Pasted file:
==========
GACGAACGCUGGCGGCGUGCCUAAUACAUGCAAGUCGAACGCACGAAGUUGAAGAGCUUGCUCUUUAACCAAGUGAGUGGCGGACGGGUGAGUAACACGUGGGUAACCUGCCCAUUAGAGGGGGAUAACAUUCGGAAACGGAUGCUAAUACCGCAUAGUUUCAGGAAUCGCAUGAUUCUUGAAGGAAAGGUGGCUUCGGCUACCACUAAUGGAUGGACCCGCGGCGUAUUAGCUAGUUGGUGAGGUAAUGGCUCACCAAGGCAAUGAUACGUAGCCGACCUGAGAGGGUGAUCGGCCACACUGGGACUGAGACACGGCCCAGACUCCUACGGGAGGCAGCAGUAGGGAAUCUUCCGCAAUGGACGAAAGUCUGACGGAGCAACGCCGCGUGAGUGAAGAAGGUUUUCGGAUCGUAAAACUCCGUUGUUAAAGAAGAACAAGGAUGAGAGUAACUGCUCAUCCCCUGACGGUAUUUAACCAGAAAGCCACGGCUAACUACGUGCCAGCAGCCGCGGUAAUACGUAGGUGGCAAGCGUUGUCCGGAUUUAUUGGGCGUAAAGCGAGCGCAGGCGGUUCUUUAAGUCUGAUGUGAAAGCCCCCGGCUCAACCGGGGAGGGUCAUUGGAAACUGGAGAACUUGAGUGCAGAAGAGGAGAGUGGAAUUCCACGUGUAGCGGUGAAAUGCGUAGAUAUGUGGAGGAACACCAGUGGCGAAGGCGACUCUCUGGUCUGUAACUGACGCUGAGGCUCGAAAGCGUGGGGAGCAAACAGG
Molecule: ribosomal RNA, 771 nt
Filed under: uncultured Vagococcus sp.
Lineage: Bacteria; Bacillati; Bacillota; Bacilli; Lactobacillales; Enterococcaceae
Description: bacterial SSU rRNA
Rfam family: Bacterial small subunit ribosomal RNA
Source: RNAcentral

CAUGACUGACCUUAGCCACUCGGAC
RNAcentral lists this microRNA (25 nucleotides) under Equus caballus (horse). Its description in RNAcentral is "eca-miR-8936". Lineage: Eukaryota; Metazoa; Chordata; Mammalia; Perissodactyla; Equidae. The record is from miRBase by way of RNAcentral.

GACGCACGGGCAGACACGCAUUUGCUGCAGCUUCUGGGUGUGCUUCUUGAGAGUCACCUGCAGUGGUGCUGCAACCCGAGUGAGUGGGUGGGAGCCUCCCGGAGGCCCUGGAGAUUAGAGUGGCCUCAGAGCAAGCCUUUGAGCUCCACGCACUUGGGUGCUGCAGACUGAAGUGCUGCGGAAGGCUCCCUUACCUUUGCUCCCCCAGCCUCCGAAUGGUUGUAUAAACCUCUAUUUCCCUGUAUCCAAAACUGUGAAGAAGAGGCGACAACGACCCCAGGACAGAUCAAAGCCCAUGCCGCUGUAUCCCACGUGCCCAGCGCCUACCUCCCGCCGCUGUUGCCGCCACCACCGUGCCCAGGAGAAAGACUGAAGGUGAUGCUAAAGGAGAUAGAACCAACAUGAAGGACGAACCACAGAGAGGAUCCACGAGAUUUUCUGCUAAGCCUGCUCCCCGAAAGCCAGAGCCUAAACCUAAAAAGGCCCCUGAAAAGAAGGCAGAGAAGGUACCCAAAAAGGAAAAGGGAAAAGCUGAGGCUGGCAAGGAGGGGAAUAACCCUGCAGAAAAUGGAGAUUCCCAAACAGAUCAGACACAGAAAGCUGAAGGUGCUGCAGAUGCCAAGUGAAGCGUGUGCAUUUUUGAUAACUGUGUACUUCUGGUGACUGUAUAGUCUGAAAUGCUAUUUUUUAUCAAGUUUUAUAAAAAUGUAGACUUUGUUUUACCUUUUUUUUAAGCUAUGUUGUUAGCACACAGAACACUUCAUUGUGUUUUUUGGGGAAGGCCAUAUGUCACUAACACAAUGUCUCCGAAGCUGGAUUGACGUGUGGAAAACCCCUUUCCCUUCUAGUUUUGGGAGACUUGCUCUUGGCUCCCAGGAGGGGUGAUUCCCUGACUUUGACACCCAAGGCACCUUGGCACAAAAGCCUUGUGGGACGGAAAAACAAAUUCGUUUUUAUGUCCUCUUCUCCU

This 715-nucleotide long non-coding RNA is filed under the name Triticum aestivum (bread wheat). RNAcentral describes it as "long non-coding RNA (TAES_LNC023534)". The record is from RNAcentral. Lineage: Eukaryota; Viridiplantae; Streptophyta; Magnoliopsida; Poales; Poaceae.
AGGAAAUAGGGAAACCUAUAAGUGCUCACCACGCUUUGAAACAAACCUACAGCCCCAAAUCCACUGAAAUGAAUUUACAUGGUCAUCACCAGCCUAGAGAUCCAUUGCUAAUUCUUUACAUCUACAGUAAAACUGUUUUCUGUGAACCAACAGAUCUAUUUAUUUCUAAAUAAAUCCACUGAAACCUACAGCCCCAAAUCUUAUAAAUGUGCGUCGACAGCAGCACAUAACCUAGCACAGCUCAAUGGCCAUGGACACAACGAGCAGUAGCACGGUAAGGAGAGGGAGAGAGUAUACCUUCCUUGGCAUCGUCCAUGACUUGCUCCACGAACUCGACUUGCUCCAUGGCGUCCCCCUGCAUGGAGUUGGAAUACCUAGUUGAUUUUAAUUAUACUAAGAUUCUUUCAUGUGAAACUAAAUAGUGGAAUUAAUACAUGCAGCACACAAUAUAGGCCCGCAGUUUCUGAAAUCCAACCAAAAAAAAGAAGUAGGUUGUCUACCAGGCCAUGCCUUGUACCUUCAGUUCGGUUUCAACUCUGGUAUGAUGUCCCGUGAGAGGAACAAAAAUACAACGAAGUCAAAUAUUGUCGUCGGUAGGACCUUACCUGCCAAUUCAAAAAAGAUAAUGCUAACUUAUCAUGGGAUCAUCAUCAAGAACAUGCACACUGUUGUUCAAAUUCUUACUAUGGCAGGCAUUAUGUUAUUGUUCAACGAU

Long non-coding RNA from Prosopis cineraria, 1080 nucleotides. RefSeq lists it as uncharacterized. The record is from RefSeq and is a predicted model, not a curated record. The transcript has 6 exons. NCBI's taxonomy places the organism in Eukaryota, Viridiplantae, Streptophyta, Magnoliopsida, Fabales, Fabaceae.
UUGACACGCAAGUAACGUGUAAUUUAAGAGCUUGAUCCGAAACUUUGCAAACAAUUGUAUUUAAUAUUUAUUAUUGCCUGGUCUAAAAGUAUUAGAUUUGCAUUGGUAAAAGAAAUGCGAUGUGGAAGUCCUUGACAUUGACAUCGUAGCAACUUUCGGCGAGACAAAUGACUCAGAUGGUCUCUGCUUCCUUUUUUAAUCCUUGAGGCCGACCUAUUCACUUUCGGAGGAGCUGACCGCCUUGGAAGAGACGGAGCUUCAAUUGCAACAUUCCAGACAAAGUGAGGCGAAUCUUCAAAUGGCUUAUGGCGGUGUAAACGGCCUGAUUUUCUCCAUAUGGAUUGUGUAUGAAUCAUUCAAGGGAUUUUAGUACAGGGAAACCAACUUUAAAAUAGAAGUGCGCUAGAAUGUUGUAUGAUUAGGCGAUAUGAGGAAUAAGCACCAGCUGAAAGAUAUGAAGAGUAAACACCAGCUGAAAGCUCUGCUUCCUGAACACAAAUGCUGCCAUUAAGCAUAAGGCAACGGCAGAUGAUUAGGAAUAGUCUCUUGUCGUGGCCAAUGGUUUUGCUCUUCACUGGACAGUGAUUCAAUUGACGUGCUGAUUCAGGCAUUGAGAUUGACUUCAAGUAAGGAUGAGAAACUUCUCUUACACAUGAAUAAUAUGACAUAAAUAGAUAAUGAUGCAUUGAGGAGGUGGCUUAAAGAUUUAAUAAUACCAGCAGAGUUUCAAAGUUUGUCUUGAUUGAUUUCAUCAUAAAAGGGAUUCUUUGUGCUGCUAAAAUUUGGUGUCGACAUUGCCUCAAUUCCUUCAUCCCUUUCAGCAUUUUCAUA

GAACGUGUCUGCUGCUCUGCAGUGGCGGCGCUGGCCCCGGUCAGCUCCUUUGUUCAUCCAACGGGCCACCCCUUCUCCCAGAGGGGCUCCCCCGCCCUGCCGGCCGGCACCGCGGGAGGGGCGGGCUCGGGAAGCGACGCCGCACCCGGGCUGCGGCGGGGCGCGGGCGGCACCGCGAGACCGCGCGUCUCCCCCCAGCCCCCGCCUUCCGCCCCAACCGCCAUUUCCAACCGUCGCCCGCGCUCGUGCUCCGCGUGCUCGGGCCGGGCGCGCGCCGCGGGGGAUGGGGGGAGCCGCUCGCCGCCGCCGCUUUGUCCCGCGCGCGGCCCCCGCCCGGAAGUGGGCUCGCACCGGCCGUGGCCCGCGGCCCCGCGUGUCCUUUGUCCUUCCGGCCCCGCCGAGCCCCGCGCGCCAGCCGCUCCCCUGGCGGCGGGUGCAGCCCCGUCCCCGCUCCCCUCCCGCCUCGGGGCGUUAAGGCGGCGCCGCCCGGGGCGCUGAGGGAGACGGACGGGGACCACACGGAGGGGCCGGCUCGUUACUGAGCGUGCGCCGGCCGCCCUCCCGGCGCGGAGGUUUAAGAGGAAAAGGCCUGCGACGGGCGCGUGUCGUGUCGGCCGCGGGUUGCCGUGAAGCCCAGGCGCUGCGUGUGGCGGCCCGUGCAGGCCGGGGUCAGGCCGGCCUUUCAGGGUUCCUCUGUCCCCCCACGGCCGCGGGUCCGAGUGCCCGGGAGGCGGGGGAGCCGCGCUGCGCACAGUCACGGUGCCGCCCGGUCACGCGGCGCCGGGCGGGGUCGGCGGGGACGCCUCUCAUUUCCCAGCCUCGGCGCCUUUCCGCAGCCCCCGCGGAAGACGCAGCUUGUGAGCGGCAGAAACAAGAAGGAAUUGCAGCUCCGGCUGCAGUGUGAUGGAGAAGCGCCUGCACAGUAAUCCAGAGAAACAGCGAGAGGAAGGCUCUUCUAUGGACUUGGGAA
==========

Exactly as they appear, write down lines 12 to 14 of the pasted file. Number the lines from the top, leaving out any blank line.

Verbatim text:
AGGAAAUAGGGAAACCUAUAAGUGCUCACCACGCUUUGAAACAAACCUACAGCCCCAAAUCCACUGAAAUGAAUUUACAUGGUCAUCACCAGCCUAGAGAUCCAUUGCUAAUUCUUUACAUCUACAGUAAAACUGUUUUCUGUGAACCAACAGAUCUAUUUAUUUCUAAAUAAAUCCACUGAAACCUACAGCCCCAAAUCUUAUAAAUGUGCGUCGACAGCAGCACAUAACCUAGCACAGCUCAAUGGCCAUGGACACAACGAGCAGUAGCACGGUAAGGAGAGGGAGAGAGUAUACCUUCCUUGGCAUCGUCCAUGACUUGCUCCACGAACUCGACUUGCUCCAUGGCGUCCCCCUGCAUGGAGUUGGAAUACCUAGUUGAUUUUAAUUAUACUAAGAUUCUUUCAUGUGAAACUAAAUAGUGGAAUUAAUACAUGCAGCACACAAUAUAGGCCCGCAGUUUCUGAAAUCCAACCAAAAAAAAGAAGUAGGUUGUCUACCAGGCCAUGCCUUGUACCUUCAGUUCGGUUUCAACUCUGGUAUGAUGUCCCGUGAGAGGAACAAAAAUACAACGAAGUCAAAUAUUGUCGUCGGUAGGACCUUACCUGCCAAUUCAAAAAAGAUAAUGCUAACUUAUCAUGGGAUCAUCAUCAAGAACAUGCACACUGUUGUUCAAAUUCUUACUAUGGCAGGCAUUAUGUUAUUGUUCAACGAU

Long non-coding RNA from Prosopis cineraria, 1080 nucleotides. RefSeq lists it as uncharacterized. The record is from RefSeq and is a predicted model, not a curated record. The transcript has 6 exons. NCBI's taxonomy places the organism in Eukaryota, Viridiplantae, Streptophyta, Magnoliopsida, Fabales, Fabaceae.
UUGACACGCAAGUAACGUGUAAUUUAAGAGCUUGAUCCGAAACUUUGCAAACAAUUGUAUUUAAUAUUUAUUAUUGCCUGGUCUAAAAGUAUUAGAUUUGCAUUGGUAAAAGAAAUGCGAUGUGGAAGUCCUUGACAUUGACAUCGUAGCAACUUUCGGCGAGACAAAUGACUCAGAUGGUCUCUGCUUCCUUUUUUAAUCCUUGAGGCCGACCUAUUCACUUUCGGAGGAGCUGACCGCCUUGGAAGAGACGGAGCUUCAAUUGCAACAUUCCAGACAAAGUGAGGCGAAUCUUCAAAUGGCUUAUGGCGGUGUAAACGGCCUGAUUUUCUCCAUAUGGAUUGUGUAUGAAUCAUUCAAGGGAUUUUAGUACAGGGAAACCAACUUUAAAAUAGAAGUGCGCUAGAAUGUUGUAUGAUUAGGCGAUAUGAGGAAUAAGCACCAGCUGAAAGAUAUGAAGAGUAAACACCAGCUGAAAGCUCUGCUUCCUGAACACAAAUGCUGCCAUUAAGCAUAAGGCAACGGCAGAUGAUUAGGAAUAGUCUCUUGUCGUGGCCAAUGGUUUUGCUCUUCACUGGACAGUGAUUCAAUUGACGUGCUGAUUCAGGCAUUGAGAUUGACUUCAAGUAAGGAUGAGAAACUUCUCUUACACAUGAAUAAUAUGACAUAAAUAGAUAAUGAUGCAUUGAGGAGGUGGCUUAAAGAUUUAAUAAUACCAGCAGAGUUUCAAAGUUUGUCUUGAUUGAUUUCAUCAUAAAAGGGAUUCUUUGUGCUGCUAAAAUUUGGUGUCGACAUUGCCUCAAUUCCUUCAUCCCUUUCAGCAUUUUCAUA